There are those who, it seems, think that Rory Stewart is indication that there is still sense in the Conservative Party. I wish to assure them that they are wrong.
Stewart has written on tax, fiscal rules and related issues in the FT this morning. He criticised the spending and tax plans of all his leadership rivals and had this to say:
I am both a Conservative and a fiscal conservative. If I am lucky enough to be chosen as the next UK prime minister, my priority will be to secure the long-term sustainability of Britain’s public finances.
It was a portent of what was to follow. Like this:
So, although I have made my priorities clear — above all in education, productivity and broadband and infrastructure in the north of the country — I am not committing any money until it is clear that there is money is available. And I am not promising tax cuts.
So, the household economy analogy prevails then. And it gets worse when it comes to fiscal rules:
I will set clear rules to maintain discipline in spending. The current UK fiscal rule is far too complicated: it incorporates commitments to hit four overlapping targets over three different timeframes.
Ultimately, the stability of the public finances rests on one thing: a sustainable path for public-sector net debt. I will, therefore, introduce a new and simpler fiscal rule: that public-sector net debt as a percentage of GDP will decline each year over the three years of the next spending review.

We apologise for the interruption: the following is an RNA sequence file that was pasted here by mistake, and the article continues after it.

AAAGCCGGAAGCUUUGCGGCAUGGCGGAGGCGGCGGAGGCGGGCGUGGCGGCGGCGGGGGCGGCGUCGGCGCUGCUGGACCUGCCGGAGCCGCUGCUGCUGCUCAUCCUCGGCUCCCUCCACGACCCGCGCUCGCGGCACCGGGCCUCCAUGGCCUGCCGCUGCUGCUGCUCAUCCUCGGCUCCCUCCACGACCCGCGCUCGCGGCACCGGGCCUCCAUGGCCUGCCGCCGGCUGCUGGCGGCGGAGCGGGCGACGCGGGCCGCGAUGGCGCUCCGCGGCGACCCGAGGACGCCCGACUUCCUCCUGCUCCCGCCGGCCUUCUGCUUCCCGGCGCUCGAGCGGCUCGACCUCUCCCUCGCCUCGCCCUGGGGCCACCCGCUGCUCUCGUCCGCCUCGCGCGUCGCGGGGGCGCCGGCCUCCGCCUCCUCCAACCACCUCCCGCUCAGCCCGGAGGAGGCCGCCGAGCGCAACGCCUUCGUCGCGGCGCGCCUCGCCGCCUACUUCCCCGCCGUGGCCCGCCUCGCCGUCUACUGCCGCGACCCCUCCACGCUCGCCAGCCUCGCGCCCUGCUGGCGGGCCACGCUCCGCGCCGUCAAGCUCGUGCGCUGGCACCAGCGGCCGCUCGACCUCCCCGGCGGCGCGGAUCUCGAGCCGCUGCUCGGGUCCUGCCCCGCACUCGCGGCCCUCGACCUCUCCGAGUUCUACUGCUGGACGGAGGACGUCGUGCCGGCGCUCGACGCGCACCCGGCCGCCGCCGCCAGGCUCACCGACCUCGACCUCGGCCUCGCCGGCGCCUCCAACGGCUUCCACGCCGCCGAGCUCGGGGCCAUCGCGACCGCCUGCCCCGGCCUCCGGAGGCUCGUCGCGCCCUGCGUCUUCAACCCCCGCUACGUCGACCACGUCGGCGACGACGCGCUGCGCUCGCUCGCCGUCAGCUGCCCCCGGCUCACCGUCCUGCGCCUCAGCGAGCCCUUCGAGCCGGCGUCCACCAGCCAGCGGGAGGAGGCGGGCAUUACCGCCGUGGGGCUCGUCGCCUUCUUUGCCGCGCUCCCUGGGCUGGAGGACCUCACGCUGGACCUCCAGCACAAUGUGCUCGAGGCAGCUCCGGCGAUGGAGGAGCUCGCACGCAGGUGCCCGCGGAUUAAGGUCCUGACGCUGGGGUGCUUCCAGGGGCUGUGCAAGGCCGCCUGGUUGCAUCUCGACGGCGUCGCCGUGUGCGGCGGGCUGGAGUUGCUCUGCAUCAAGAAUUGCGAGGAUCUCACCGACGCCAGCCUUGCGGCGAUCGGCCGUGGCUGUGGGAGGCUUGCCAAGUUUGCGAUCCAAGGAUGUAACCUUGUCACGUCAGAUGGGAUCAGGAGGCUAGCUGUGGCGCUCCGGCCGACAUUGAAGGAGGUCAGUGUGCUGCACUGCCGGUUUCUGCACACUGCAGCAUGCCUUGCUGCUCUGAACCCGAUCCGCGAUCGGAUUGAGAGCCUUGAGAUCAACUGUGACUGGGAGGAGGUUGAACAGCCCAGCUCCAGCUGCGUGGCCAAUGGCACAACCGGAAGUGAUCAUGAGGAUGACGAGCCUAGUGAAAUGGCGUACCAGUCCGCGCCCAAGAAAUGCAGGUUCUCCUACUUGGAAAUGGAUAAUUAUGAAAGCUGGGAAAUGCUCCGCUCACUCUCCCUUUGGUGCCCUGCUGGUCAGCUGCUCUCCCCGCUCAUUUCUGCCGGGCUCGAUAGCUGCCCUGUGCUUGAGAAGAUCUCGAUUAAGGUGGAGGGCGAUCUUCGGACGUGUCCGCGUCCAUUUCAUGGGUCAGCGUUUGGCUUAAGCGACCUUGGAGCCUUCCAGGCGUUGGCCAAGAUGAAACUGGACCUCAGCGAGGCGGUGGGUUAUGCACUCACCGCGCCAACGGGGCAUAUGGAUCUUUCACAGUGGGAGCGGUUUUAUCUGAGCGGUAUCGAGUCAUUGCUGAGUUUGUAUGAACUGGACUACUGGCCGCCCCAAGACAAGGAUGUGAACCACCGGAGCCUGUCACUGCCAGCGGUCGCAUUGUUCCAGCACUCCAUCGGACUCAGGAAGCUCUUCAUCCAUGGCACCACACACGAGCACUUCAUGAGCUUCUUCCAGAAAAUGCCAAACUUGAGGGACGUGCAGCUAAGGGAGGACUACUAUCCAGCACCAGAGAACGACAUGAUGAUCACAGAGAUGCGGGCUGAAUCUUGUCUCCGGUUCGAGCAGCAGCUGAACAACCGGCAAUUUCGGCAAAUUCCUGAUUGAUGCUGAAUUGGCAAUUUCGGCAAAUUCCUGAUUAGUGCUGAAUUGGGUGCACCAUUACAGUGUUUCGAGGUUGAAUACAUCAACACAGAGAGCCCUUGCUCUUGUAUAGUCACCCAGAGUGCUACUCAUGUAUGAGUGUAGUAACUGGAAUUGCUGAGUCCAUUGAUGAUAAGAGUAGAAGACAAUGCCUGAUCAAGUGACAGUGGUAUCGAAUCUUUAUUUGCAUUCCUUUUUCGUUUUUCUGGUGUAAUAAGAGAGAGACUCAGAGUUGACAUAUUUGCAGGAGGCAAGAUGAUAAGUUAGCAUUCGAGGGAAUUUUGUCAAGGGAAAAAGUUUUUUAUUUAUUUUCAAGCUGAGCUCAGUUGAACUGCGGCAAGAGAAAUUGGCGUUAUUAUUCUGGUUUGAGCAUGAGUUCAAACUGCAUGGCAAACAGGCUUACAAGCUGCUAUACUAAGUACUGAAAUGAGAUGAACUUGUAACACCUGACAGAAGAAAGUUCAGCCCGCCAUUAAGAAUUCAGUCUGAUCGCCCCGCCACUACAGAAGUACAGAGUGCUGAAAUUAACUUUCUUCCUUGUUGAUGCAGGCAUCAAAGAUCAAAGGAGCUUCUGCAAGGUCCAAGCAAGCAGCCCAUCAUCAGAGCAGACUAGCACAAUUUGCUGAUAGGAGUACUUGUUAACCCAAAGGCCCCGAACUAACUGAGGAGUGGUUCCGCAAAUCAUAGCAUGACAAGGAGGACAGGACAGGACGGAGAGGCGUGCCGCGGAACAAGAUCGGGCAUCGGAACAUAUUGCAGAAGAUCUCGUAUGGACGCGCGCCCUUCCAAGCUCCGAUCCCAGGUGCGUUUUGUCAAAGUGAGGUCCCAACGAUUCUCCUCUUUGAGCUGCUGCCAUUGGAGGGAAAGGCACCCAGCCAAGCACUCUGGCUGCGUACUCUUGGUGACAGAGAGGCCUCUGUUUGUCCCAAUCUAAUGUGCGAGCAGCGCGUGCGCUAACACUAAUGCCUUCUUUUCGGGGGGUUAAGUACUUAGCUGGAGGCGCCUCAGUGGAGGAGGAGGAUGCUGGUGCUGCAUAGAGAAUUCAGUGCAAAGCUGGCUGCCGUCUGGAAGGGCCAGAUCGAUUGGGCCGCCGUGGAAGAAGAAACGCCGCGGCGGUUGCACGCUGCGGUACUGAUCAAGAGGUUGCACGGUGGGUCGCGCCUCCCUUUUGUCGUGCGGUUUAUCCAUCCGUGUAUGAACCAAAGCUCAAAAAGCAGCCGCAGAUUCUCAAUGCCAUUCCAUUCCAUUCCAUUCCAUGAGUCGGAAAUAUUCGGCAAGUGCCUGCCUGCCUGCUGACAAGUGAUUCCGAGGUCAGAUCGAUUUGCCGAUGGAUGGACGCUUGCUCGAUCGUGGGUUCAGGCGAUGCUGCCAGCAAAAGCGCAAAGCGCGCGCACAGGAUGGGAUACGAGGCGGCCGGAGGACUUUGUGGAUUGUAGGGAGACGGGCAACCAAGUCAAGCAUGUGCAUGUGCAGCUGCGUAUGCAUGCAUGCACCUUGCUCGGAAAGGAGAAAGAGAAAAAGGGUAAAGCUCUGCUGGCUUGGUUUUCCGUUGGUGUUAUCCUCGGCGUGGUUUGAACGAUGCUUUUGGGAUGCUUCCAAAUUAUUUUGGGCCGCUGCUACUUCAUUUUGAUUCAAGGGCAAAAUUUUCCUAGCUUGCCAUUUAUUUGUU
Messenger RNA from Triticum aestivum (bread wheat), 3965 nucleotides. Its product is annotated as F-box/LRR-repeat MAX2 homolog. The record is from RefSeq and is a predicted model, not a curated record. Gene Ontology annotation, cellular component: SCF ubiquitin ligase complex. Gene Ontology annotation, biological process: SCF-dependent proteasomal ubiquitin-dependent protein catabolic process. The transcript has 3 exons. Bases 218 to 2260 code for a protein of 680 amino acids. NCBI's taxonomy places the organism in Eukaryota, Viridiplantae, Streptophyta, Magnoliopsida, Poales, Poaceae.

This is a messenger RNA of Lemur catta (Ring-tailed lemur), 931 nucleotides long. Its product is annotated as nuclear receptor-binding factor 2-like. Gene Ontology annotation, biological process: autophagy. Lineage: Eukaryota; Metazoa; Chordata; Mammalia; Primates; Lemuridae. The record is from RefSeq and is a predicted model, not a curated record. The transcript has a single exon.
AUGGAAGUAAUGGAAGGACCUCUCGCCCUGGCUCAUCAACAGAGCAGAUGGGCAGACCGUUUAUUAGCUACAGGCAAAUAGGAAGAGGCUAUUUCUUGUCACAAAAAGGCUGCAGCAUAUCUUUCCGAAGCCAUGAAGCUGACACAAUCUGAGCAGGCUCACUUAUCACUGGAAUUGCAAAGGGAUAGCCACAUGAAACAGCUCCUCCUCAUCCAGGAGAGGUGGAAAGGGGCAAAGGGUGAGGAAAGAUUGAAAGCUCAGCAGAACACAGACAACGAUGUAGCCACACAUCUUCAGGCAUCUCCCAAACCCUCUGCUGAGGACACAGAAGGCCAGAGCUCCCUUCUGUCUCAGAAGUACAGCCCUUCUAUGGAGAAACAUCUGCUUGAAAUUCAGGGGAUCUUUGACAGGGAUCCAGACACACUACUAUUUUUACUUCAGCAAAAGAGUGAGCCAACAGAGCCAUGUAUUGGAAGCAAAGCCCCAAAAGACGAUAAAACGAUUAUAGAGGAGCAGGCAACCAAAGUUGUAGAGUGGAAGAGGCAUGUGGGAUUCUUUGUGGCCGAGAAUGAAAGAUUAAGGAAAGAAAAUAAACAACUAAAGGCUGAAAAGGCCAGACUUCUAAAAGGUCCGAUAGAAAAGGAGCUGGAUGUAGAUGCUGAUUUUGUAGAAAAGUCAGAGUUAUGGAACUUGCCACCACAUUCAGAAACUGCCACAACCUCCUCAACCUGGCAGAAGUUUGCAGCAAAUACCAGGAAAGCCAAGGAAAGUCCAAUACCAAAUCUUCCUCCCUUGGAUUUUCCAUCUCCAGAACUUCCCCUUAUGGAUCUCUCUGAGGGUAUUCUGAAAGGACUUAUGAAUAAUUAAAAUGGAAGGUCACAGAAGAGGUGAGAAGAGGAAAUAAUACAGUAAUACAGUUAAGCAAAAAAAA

This new rule will be more easily monitored by investors, taxpayers, and the Office for Budget Responsibility. It will allow for more appropriate flexibility in the underlying budgets. It will also establish a clear and disciplined framework allowing us to put to work the results of the work the UK has done to reduce the deficit and debt since 2010 without jeopardising fiscal stability.
With a growing economy, debt reduction is the minimum the electorate should expect from a Conservative government, and I challenge the other contenders to meet this promise.
This rule is, to be polite, economically illiterate. For example, it can be achieved by letting inflation run away: this always reduces debt as a proportion of GDP. I suspect that is not the plan.
And the goal can also be achieved by growth: increase GDP and on this basis the debt need not fall. Again, I suspect that is not the Stewart plan.
More worryingly, the reverse is also true: when GDP stagnates, inflation struggles to be much and the economy is in the doldrums this plan demands harsh austerity. There is no room for compromise.
I criticise Labour's fiscal rule, but it is a paragon of virtue compared to this rule which is intended to impose severe cuts on the economy whenever a stimulus is needed. This is an economic rule from the 1920s and 1930s, designed to deliver depressions and not recessions, and to impose misery on ordinary people through no fault of their own and solely because of the economic illiteracy of those who might rule them.
Rory Stewart is very definitely a fiscal conservative. And that makes him a threat to the well-being of everyone in this country.